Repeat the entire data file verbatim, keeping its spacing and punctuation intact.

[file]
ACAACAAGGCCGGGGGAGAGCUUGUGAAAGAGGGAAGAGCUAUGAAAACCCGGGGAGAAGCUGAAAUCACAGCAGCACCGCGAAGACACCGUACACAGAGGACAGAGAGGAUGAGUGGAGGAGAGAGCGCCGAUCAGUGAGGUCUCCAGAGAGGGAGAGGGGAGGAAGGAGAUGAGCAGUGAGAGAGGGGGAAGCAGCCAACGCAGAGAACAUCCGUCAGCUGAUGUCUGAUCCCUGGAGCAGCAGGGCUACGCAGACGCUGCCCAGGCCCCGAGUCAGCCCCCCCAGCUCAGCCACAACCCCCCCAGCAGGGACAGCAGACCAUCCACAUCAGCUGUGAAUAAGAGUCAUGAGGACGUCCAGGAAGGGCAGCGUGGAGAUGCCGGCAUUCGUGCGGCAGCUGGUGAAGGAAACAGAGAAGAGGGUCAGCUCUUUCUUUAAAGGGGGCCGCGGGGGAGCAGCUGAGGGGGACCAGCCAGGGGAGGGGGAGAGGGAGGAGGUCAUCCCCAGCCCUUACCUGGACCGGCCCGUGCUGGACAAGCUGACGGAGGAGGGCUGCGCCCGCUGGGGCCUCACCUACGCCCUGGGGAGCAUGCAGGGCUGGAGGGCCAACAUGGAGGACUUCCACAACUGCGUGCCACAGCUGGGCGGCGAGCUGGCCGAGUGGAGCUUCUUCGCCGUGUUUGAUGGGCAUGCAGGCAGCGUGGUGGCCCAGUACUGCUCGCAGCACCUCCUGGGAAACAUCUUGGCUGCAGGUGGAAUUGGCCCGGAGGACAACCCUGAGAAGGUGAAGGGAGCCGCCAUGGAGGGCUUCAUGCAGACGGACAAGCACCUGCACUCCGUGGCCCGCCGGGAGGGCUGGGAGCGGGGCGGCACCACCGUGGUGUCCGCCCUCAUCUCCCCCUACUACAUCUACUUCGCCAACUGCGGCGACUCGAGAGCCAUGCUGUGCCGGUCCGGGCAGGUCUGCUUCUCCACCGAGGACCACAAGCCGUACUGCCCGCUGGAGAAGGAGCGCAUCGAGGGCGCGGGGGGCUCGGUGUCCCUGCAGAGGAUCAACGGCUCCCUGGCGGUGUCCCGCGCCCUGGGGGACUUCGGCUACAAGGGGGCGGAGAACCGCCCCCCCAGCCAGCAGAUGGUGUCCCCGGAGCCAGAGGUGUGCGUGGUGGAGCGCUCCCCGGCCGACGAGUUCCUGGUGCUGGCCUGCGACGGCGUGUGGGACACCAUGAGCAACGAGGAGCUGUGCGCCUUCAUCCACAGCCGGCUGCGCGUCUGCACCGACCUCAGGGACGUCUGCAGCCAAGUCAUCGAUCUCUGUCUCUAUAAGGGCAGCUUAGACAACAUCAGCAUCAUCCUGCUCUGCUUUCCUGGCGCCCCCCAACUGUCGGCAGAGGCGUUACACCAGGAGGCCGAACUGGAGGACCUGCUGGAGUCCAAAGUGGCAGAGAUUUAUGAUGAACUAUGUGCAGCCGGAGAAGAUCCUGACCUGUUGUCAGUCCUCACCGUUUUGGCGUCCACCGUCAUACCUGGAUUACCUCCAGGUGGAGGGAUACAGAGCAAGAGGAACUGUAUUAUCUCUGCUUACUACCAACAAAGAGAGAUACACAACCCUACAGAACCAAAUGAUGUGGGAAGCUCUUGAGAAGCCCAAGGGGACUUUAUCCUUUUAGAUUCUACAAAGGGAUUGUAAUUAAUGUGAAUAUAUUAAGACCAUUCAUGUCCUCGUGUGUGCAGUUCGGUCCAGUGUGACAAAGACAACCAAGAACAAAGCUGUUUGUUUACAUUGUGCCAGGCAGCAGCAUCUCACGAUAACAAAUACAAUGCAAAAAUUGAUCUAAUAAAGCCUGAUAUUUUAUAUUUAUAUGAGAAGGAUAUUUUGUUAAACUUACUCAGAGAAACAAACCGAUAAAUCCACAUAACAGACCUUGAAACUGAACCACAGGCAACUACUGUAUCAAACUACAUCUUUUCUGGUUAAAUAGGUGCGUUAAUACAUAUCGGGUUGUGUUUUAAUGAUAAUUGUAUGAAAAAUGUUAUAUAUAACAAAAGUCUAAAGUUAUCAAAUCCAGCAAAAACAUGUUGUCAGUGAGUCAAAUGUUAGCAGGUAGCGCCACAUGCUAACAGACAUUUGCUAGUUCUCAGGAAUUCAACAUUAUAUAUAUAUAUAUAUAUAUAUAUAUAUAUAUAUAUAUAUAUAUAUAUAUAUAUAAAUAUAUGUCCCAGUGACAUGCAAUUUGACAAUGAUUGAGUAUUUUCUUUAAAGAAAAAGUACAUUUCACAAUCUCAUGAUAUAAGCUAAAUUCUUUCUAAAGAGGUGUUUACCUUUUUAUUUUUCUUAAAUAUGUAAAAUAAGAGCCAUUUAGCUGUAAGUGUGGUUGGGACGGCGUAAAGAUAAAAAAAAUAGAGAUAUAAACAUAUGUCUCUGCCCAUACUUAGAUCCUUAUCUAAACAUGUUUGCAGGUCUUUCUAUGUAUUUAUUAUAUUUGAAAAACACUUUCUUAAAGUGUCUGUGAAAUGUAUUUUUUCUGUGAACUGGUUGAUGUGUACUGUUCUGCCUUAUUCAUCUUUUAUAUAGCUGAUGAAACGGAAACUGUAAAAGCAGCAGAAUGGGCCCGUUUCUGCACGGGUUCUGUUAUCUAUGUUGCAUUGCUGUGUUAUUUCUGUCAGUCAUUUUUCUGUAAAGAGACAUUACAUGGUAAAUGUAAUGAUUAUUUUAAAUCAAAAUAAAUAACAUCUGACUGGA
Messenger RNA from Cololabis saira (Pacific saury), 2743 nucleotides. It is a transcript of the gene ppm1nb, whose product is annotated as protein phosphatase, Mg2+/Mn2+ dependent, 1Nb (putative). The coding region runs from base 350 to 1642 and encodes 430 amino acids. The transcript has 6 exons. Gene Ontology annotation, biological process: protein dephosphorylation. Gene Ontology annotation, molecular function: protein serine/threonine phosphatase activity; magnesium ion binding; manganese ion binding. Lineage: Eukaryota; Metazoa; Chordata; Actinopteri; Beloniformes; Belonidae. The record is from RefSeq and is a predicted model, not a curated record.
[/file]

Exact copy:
ACAACAAGGCCGGGGGAGAGCUUGUGAAAGAGGGAAGAGCUAUGAAAACCCGGGGAGAAGCUGAAAUCACAGCAGCACCGCGAAGACACCGUACACAGAGGACAGAGAGGAUGAGUGGAGGAGAGAGCGCCGAUCAGUGAGGUCUCCAGAGAGGGAGAGGGGAGGAAGGAGAUGAGCAGUGAGAGAGGGGGAAGCAGCCAACGCAGAGAACAUCCGUCAGCUGAUGUCUGAUCCCUGGAGCAGCAGGGCUACGCAGACGCUGCCCAGGCCCCGAGUCAGCCCCCCCAGCUCAGCCACAACCCCCCCAGCAGGGACAGCAGACCAUCCACAUCAGCUGUGAAUAAGAGUCAUGAGGACGUCCAGGAAGGGCAGCGUGGAGAUGCCGGCAUUCGUGCGGCAGCUGGUGAAGGAAACAGAGAAGAGGGUCAGCUCUUUCUUUAAAGGGGGCCGCGGGGGAGCAGCUGAGGGGGACCAGCCAGGGGAGGGGGAGAGGGAGGAGGUCAUCCCCAGCCCUUACCUGGACCGGCCCGUGCUGGACAAGCUGACGGAGGAGGGCUGCGCCCGCUGGGGCCUCACCUACGCCCUGGGGAGCAUGCAGGGCUGGAGGGCCAACAUGGAGGACUUCCACAACUGCGUGCCACAGCUGGGCGGCGAGCUGGCCGAGUGGAGCUUCUUCGCCGUGUUUGAUGGGCAUGCAGGCAGCGUGGUGGCCCAGUACUGCUCGCAGCACCUCCUGGGAAACAUCUUGGCUGCAGGUGGAAUUGGCCCGGAGGACAACCCUGAGAAGGUGAAGGGAGCCGCCAUGGAGGGCUUCAUGCAGACGGACAAGCACCUGCACUCCGUGGCCCGCCGGGAGGGCUGGGAGCGGGGCGGCACCACCGUGGUGUCCGCCCUCAUCUCCCCCUACUACAUCUACUUCGCCAACUGCGGCGACUCGAGAGCCAUGCUGUGCCGGUCCGGGCAGGUCUGCUUCUCCACCGAGGACCACAAGCCGUACUGCCCGCUGGAGAAGGAGCGCAUCGAGGGCGCGGGGGGCUCGGUGUCCCUGCAGAGGAUCAACGGCUCCCUGGCGGUGUCCCGCGCCCUGGGGGACUUCGGCUACAAGGGGGCGGAGAACCGCCCCCCCAGCCAGCAGAUGGUGUCCCCGGAGCCAGAGGUGUGCGUGGUGGAGCGCUCCCCGGCCGACGAGUUCCUGGUGCUGGCCUGCGACGGCGUGUGGGACACCAUGAGCAACGAGGAGCUGUGCGCCUUCAUCCACAGCCGGCUGCGCGUCUGCACCGACCUCAGGGACGUCUGCAGCCAAGUCAUCGAUCUCUGUCUCUAUAAGGGCAGCUUAGACAACAUCAGCAUCAUCCUGCUCUGCUUUCCUGGCGCCCCCCAACUGUCGGCAGAGGCGUUACACCAGGAGGCCGAACUGGAGGACCUGCUGGAGUCCAAAGUGGCAGAGAUUUAUGAUGAACUAUGUGCAGCCGGAGAAGAUCCUGACCUGUUGUCAGUCCUCACCGUUUUGGCGUCCACCGUCAUACCUGGAUUACCUCCAGGUGGAGGGAUACAGAGCAAGAGGAACUGUAUUAUCUCUGCUUACUACCAACAAAGAGAGAUACACAACCCUACAGAACCAAAUGAUGUGGGAAGCUCUUGAGAAGCCCAAGGGGACUUUAUCCUUUUAGAUUCUACAAAGGGAUUGUAAUUAAUGUGAAUAUAUUAAGACCAUUCAUGUCCUCGUGUGUGCAGUUCGGUCCAGUGUGACAAAGACAACCAAGAACAAAGCUGUUUGUUUACAUUGUGCCAGGCAGCAGCAUCUCACGAUAACAAAUACAAUGCAAAAAUUGAUCUAAUAAAGCCUGAUAUUUUAUAUUUAUAUGAGAAGGAUAUUUUGUUAAACUUACUCAGAGAAACAAACCGAUAAAUCCACAUAACAGACCUUGAAACUGAACCACAGGCAACUACUGUAUCAAACUACAUCUUUUCUGGUUAAAUAGGUGCGUUAAUACAUAUCGGGUUGUGUUUUAAUGAUAAUUGUAUGAAAAAUGUUAUAUAUAACAAAAGUCUAAAGUUAUCAAAUCCAGCAAAAACAUGUUGUCAGUGAGUCAAAUGUUAGCAGGUAGCGCCACAUGCUAACAGACAUUUGCUAGUUCUCAGGAAUUCAACAUUAUAUAUAUAUAUAUAUAUAUAUAUAUAUAUAUAUAUAUAUAUAUAUAUAUAUAUAAAUAUAUGUCCCAGUGACAUGCAAUUUGACAAUGAUUGAGUAUUUUCUUUAAAGAAAAAGUACAUUUCACAAUCUCAUGAUAUAAGCUAAAUUCUUUCUAAAGAGGUGUUUACCUUUUUAUUUUUCUUAAAUAUGUAAAAUAAGAGCCAUUUAGCUGUAAGUGUGGUUGGGACGGCGUAAAGAUAAAAAAAAUAGAGAUAUAAACAUAUGUCUCUGCCCAUACUUAGAUCCUUAUCUAAACAUGUUUGCAGGUCUUUCUAUGUAUUUAUUAUAUUUGAAAAACACUUUCUUAAAGUGUCUGUGAAAUGUAUUUUUUCUGUGAACUGGUUGAUGUGUACUGUUCUGCCUUAUUCAUCUUUUAUAUAGCUGAUGAAACGGAAACUGUAAAAGCAGCAGAAUGGGCCCGUUUCUGCACGGGUUCUGUUAUCUAUGUUGCAUUGCUGUGUUAUUUCUGUCAGUCAUUUUUCUGUAAAGAGACAUUACAUGGUAAAUGUAAUGAUUAUUUUAAAUCAAAAUAAAUAACAUCUGACUGGA
Messenger RNA from Cololabis saira (Pacific saury), 2743 nucleotides. It is a transcript of the gene ppm1nb, whose product is annotated as protein phosphatase, Mg2+/Mn2+ dependent, 1Nb (putative). The coding region runs from base 350 to 1642 and encodes 430 amino acids. The transcript has 6 exons. Gene Ontology annotation, biological process: protein dephosphorylation. Gene Ontology annotation, molecular function: protein serine/threonine phosphatase activity; magnesium ion binding; manganese ion binding. Lineage: Eukaryota; Metazoa; Chordata; Actinopteri; Beloniformes; Belonidae. The record is from RefSeq and is a predicted model, not a curated record.